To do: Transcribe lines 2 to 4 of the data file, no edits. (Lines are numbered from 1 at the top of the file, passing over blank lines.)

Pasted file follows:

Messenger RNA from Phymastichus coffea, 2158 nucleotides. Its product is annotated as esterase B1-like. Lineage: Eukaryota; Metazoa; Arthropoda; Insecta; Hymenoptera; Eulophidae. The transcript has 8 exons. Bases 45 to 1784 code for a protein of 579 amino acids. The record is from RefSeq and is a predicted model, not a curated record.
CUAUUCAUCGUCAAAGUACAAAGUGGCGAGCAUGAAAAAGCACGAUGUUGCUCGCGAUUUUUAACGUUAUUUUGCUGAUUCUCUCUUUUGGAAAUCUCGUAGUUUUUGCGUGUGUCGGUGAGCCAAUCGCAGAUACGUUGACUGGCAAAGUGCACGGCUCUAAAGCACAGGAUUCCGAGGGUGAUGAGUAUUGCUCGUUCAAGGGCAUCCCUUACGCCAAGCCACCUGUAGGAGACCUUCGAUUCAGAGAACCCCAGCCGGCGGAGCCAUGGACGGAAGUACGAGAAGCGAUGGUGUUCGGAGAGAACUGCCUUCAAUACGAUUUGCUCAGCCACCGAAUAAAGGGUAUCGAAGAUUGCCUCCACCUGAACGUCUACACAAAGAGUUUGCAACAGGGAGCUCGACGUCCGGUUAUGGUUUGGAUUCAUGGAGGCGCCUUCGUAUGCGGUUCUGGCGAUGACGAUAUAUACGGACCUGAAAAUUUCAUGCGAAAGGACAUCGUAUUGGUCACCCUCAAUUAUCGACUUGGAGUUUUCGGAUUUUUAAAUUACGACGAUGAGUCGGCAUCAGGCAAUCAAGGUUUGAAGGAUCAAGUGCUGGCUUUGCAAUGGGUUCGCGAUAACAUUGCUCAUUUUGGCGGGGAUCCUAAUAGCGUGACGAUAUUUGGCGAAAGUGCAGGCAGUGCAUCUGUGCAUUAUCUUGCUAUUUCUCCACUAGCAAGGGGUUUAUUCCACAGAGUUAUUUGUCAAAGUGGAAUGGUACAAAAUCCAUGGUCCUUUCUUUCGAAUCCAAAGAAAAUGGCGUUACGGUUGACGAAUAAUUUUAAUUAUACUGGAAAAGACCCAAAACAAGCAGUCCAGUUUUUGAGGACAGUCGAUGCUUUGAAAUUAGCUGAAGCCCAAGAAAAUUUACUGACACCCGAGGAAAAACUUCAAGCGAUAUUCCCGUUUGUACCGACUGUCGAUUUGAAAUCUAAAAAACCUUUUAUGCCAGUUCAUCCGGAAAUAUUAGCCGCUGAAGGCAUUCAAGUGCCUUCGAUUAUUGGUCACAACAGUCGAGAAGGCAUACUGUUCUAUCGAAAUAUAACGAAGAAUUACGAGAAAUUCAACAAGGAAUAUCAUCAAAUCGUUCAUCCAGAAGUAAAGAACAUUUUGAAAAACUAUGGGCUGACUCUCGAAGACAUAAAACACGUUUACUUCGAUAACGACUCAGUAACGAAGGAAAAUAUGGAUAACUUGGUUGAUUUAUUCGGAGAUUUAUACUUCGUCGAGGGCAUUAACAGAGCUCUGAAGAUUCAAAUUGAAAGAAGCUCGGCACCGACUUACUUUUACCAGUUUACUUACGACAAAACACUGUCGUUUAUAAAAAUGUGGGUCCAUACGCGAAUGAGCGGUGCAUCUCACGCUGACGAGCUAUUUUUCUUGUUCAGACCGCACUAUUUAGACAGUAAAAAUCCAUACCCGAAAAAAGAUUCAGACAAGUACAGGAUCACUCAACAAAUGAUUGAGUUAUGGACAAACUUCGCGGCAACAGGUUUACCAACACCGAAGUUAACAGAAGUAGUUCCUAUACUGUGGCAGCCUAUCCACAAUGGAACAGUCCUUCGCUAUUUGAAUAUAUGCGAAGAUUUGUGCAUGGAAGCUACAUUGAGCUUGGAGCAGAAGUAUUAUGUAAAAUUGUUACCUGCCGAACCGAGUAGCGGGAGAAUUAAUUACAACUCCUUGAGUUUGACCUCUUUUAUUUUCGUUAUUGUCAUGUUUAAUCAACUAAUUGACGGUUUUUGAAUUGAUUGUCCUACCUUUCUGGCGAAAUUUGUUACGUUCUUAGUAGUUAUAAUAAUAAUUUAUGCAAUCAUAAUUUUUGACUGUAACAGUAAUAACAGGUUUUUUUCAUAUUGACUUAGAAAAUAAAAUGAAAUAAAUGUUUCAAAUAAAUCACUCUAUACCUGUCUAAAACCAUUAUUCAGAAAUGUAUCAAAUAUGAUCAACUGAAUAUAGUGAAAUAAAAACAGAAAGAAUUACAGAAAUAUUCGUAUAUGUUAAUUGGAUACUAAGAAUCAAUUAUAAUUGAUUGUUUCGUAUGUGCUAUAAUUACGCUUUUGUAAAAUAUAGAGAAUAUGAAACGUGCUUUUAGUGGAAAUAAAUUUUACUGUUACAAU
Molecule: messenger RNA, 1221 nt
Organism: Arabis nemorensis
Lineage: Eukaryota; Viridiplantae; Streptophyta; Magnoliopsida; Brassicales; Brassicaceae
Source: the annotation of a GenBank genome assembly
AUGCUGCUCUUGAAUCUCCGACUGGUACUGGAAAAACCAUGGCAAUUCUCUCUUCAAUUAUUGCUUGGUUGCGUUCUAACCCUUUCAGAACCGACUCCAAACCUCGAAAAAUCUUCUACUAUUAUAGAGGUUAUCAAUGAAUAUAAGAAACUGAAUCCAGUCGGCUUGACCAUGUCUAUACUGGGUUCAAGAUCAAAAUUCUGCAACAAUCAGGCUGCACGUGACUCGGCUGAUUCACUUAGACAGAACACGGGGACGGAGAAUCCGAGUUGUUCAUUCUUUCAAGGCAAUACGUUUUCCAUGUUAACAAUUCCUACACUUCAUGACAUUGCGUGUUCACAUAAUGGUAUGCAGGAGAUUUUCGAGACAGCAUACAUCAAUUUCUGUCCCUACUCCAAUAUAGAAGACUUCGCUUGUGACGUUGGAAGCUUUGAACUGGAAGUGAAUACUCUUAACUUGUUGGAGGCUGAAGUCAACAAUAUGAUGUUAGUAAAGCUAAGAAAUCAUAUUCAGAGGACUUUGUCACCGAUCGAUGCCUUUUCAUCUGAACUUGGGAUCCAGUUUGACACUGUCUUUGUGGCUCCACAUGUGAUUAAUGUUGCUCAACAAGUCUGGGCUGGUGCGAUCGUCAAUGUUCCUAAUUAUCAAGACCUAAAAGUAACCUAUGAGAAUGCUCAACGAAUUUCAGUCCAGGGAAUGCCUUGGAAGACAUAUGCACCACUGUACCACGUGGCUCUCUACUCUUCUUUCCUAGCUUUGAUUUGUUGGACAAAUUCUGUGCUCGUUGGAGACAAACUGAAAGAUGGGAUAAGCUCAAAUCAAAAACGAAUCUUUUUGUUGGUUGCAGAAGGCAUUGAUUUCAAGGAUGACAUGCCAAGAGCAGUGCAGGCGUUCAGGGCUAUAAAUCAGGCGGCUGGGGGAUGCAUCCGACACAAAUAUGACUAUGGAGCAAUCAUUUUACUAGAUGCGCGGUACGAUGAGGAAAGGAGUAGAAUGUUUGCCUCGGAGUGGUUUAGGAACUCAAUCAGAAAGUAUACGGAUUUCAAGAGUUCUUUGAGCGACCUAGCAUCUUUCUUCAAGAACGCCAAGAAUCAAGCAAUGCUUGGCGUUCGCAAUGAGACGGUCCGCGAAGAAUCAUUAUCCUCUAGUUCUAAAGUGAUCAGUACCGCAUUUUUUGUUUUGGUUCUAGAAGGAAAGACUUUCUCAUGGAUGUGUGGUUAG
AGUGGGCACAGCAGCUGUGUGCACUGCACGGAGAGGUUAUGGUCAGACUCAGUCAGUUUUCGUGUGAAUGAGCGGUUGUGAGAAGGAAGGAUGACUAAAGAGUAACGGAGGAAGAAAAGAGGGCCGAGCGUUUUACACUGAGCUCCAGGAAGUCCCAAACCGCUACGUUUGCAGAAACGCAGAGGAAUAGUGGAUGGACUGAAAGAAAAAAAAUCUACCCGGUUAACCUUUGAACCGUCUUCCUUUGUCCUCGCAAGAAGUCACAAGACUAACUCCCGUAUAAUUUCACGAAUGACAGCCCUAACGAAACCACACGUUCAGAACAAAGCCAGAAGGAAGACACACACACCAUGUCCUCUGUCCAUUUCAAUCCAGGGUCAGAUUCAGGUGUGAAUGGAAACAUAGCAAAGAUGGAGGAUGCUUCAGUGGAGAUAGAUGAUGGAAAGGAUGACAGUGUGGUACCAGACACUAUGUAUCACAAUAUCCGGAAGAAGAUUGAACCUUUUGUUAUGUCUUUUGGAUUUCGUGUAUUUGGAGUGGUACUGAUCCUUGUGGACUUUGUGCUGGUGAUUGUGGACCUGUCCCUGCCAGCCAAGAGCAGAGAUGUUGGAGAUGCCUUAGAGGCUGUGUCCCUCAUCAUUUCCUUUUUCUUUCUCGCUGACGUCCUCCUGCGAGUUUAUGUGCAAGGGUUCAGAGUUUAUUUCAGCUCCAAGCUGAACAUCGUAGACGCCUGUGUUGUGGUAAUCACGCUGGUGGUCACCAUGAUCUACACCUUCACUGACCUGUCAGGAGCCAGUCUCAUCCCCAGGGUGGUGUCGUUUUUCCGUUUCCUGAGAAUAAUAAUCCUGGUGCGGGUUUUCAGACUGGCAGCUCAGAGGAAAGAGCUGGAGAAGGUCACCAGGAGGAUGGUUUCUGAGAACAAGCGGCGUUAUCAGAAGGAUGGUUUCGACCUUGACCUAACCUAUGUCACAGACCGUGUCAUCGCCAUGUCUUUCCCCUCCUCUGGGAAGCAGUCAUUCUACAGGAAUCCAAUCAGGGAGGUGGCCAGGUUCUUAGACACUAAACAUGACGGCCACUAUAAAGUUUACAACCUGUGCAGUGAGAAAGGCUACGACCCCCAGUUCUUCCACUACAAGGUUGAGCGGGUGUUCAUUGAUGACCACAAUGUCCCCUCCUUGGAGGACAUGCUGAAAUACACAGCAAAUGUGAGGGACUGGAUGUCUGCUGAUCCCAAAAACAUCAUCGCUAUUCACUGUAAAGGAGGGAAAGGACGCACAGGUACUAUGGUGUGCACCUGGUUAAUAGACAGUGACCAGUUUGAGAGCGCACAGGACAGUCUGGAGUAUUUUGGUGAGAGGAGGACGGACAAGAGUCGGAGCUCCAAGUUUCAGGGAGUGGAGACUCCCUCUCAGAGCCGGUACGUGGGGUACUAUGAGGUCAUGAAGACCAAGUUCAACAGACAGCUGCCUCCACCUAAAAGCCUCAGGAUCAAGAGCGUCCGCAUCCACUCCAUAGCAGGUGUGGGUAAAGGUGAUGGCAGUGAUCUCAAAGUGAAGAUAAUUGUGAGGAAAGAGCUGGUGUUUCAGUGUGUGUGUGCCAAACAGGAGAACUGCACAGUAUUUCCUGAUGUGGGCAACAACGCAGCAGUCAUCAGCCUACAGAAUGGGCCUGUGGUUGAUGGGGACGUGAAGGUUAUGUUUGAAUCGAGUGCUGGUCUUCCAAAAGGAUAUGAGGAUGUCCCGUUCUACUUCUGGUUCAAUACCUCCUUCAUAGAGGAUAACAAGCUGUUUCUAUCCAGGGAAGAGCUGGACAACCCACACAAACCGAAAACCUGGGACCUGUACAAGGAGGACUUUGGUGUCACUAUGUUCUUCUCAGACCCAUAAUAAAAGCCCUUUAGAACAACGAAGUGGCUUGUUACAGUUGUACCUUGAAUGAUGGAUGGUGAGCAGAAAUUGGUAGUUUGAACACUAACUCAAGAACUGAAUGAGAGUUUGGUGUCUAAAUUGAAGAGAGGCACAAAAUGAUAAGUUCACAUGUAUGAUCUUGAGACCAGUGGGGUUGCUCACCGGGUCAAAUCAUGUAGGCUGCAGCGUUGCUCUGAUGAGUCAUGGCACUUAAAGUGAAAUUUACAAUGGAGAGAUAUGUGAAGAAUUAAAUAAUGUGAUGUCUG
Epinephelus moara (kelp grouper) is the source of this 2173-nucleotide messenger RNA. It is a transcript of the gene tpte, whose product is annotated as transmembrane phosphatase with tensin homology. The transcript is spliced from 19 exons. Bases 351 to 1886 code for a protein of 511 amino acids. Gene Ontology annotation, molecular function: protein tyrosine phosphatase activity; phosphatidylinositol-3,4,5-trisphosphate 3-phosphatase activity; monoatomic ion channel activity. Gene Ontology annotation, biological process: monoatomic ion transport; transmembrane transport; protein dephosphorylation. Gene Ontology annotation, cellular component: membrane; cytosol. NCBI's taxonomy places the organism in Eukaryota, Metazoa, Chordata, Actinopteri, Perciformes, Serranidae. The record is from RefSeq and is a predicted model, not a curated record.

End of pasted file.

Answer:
CUAUUCAUCGUCAAAGUACAAAGUGGCGAGCAUGAAAAAGCACGAUGUUGCUCGCGAUUUUUAACGUUAUUUUGCUGAUUCUCUCUUUUGGAAAUCUCGUAGUUUUUGCGUGUGUCGGUGAGCCAAUCGCAGAUACGUUGACUGGCAAAGUGCACGGCUCUAAAGCACAGGAUUCCGAGGGUGAUGAGUAUUGCUCGUUCAAGGGCAUCCCUUACGCCAAGCCACCUGUAGGAGACCUUCGAUUCAGAGAACCCCAGCCGGCGGAGCCAUGGACGGAAGUACGAGAAGCGAUGGUGUUCGGAGAGAACUGCCUUCAAUACGAUUUGCUCAGCCACCGAAUAAAGGGUAUCGAAGAUUGCCUCCACCUGAACGUCUACACAAAGAGUUUGCAACAGGGAGCUCGACGUCCGGUUAUGGUUUGGAUUCAUGGAGGCGCCUUCGUAUGCGGUUCUGGCGAUGACGAUAUAUACGGACCUGAAAAUUUCAUGCGAAAGGACAUCGUAUUGGUCACCCUCAAUUAUCGACUUGGAGUUUUCGGAUUUUUAAAUUACGACGAUGAGUCGGCAUCAGGCAAUCAAGGUUUGAAGGAUCAAGUGCUGGCUUUGCAAUGGGUUCGCGAUAACAUUGCUCAUUUUGGCGGGGAUCCUAAUAGCGUGACGAUAUUUGGCGAAAGUGCAGGCAGUGCAUCUGUGCAUUAUCUUGCUAUUUCUCCACUAGCAAGGGGUUUAUUCCACAGAGUUAUUUGUCAAAGUGGAAUGGUACAAAAUCCAUGGUCCUUUCUUUCGAAUCCAAAGAAAAUGGCGUUACGGUUGACGAAUAAUUUUAAUUAUACUGGAAAAGACCCAAAACAAGCAGUCCAGUUUUUGAGGACAGUCGAUGCUUUGAAAUUAGCUGAAGCCCAAGAAAAUUUACUGACACCCGAGGAAAAACUUCAAGCGAUAUUCCCGUUUGUACCGACUGUCGAUUUGAAAUCUAAAAAACCUUUUAUGCCAGUUCAUCCGGAAAUAUUAGCCGCUGAAGGCAUUCAAGUGCCUUCGAUUAUUGGUCACAACAGUCGAGAAGGCAUACUGUUCUAUCGAAAUAUAACGAAGAAUUACGAGAAAUUCAACAAGGAAUAUCAUCAAAUCGUUCAUCCAGAAGUAAAGAACAUUUUGAAAAACUAUGGGCUGACUCUCGAAGACAUAAAACACGUUUACUUCGAUAACGACUCAGUAACGAAGGAAAAUAUGGAUAACUUGGUUGAUUUAUUCGGAGAUUUAUACUUCGUCGAGGGCAUUAACAGAGCUCUGAAGAUUCAAAUUGAAAGAAGCUCGGCACCGACUUACUUUUACCAGUUUACUUACGACAAAACACUGUCGUUUAUAAAAAUGUGGGUCCAUACGCGAAUGAGCGGUGCAUCUCACGCUGACGAGCUAUUUUUCUUGUUCAGACCGCACUAUUUAGACAGUAAAAAUCCAUACCCGAAAAAAGAUUCAGACAAGUACAGGAUCACUCAACAAAUGAUUGAGUUAUGGACAAACUUCGCGGCAACAGGUUUACCAACACCGAAGUUAACAGAAGUAGUUCCUAUACUGUGGCAGCCUAUCCACAAUGGAACAGUCCUUCGCUAUUUGAAUAUAUGCGAAGAUUUGUGCAUGGAAGCUACAUUGAGCUUGGAGCAGAAGUAUUAUGUAAAAUUGUUACCUGCCGAACCGAGUAGCGGGAGAAUUAAUUACAACUCCUUGAGUUUGACCUCUUUUAUUUUCGUUAUUGUCAUGUUUAAUCAACUAAUUGACGGUUUUUGAAUUGAUUGUCCUACCUUUCUGGCGAAAUUUGUUACGUUCUUAGUAGUUAUAAUAAUAAUUUAUGCAAUCAUAAUUUUUGACUGUAACAGUAAUAACAGGUUUUUUUCAUAUUGACUUAGAAAAUAAAAUGAAAUAAAUGUUUCAAAUAAAUCACUCUAUACCUGUCUAAAACCAUUAUUCAGAAAUGUAUCAAAUAUGAUCAACUGAAUAUAGUGAAAUAAAAACAGAAAGAAUUACAGAAAUAUUCGUAUAUGUUAAUUGGAUACUAAGAAUCAAUUAUAAUUGAUUGUUUCGUAUGUGCUAUAAUUACGCUUUUGUAAAAUAUAGAGAAUAUGAAACGUGCUUUUAGUGGAAAUAAAUUUUACUGUUACAAU
Molecule: messenger RNA, 1221 nt
Organism: Arabis nemorensis